Truth or Myth: Allen Iverson

by September 03, 2008

by Todd Spehr

Can you believe Allen Iverson is 33 years old?

It just seems like yesterday that he broke into the league, rockin’ those red Sixers unis with that mini fro, putting up points and amassing critics, all while defying the league-wide memo on his controversial crossover. Best of all, Iverson did it his way then, and has stayed true to himself now. Whether in Philly or the Mile High, Iverson has played every game like it’s his last – like he always promised he would. To give him his proper due, let’s run a little Truth or Myth on The Answer.

Myth: Iverson is finally slowing down.

Truth: If he is, he forgot to play like it. This past season, you could make the case that AI was never more efficient: 82 games at 41.2 minutes per, 46-35-80 shooting percentages, his lowest TO year ever, over seven assists nightly, and 26.4 PPG on just 19 shots a night. I mean, is this the anti-Iverson or what? He had no business leading the Nugs in scoring instead of Melo, but he did.

And there was plenty of stuff for the AI scrapbook: He dropped 86 points in the space of 24 hours on LA and Dallas in December. He went over 30 points on 25 occasions. When the Nugs needed wins to clinch a postseason spot in April, it was with their sub-six-footer leading them.

What makes this all the more remarkable is the nightly pounding he has taken for the past decade – considering his stature – and that he’s maintained the third-highest scoring average in NBA history behind MJ and Wilt. How? He’s bound to slow down sometime soon, logic tells us, but then again, Iverson isn’t a logical player.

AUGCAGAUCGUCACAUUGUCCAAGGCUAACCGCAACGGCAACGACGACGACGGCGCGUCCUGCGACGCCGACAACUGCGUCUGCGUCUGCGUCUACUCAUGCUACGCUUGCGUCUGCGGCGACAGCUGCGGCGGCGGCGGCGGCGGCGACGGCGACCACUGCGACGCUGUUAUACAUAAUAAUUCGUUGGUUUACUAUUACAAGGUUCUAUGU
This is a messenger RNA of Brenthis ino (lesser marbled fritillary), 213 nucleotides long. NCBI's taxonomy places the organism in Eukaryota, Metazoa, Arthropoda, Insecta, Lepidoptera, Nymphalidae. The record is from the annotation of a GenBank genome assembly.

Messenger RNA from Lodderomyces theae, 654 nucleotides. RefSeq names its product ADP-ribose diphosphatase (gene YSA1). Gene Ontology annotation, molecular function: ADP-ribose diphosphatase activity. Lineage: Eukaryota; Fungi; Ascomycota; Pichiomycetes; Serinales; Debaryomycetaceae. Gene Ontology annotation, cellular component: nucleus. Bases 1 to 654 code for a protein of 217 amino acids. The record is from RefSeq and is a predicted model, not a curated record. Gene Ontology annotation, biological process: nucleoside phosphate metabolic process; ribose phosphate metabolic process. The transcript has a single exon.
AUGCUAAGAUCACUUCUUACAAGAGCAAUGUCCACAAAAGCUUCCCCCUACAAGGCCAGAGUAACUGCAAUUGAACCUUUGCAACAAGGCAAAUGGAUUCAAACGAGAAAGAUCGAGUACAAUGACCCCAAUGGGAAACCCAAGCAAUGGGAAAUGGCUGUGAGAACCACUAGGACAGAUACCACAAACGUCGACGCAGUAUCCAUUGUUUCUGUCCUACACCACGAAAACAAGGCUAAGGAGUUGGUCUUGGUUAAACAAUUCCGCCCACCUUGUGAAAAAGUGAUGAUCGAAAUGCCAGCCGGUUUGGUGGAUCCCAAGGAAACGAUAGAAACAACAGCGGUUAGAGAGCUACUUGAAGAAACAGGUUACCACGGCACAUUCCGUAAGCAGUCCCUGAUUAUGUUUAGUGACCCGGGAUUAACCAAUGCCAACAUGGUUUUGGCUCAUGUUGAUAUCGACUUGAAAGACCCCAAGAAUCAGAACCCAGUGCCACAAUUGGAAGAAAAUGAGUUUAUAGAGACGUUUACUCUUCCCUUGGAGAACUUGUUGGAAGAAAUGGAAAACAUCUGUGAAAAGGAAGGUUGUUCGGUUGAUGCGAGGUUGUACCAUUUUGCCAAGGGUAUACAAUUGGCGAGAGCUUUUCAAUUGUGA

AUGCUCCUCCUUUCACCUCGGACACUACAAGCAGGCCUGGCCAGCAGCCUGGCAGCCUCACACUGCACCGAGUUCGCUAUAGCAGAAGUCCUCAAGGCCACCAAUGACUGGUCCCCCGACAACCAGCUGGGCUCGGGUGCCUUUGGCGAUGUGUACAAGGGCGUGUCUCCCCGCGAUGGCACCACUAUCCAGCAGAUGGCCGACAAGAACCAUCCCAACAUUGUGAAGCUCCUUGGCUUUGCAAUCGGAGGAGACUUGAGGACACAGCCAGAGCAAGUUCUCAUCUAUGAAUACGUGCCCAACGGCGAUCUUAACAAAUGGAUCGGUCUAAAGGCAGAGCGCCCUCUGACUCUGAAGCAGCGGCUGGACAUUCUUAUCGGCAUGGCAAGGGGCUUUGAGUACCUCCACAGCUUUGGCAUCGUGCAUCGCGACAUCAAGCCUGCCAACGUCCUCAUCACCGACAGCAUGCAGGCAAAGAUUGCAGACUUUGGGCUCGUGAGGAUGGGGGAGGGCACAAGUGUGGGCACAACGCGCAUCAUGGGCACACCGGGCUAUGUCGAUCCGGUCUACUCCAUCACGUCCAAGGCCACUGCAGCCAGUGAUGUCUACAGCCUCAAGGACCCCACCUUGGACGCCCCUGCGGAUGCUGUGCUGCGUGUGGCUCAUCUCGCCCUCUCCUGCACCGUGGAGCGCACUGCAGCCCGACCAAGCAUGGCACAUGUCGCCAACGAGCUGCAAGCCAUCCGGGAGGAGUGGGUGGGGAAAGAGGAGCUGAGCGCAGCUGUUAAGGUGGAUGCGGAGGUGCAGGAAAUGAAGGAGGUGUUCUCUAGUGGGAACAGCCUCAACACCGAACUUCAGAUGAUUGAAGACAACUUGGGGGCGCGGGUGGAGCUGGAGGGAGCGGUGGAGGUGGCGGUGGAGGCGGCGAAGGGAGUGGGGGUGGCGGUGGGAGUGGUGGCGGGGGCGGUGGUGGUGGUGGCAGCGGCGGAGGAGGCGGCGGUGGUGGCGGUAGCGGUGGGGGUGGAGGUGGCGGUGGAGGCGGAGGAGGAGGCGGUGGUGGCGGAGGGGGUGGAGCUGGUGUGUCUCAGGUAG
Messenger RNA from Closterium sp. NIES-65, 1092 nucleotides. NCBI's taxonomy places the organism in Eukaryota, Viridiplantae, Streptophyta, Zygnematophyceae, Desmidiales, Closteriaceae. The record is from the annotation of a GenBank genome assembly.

Myth: Iverson never played with a scorer in Philadelphia.

Truth: An oft-overlooked tidbit is that, as a rookie, AI had three alongside. The day he was drafted, Derrick Coleman’s career average was 19.7, Jerry Stackhouse’s was 19.2, and Clarence Weatherspoon’s was 17.2; within two years, and after very few wins, all three were gone.

Throughout AI’s decade in Philly, he played fleeting periods with the likes of Larry Hughes, Toni Kukoc, Keith Van Horn, Glenn Robinson, and Chris Webber. Want to know something? Only DC coexisted for more than two seasons with Iverson, which leads us to…

Myth: Iverson plays better when playing with better players.

Truth: When you look at the team success AI had as a Sixer, it came with Eric Snow, Aaron McKie, Lynch, Ty Hill, and Ratliff/Mutombo – not an offensive (or particularly talented) threat in the bunch. But those guys were perfect for him. Iverson history tells us that he thrives alongside guys who don’t need shots, who look to defer, and who fill in gaps. It may not be the ideal ingredient for a title team, but it’s been one of the eccentricities of the Iverson package for over a decade.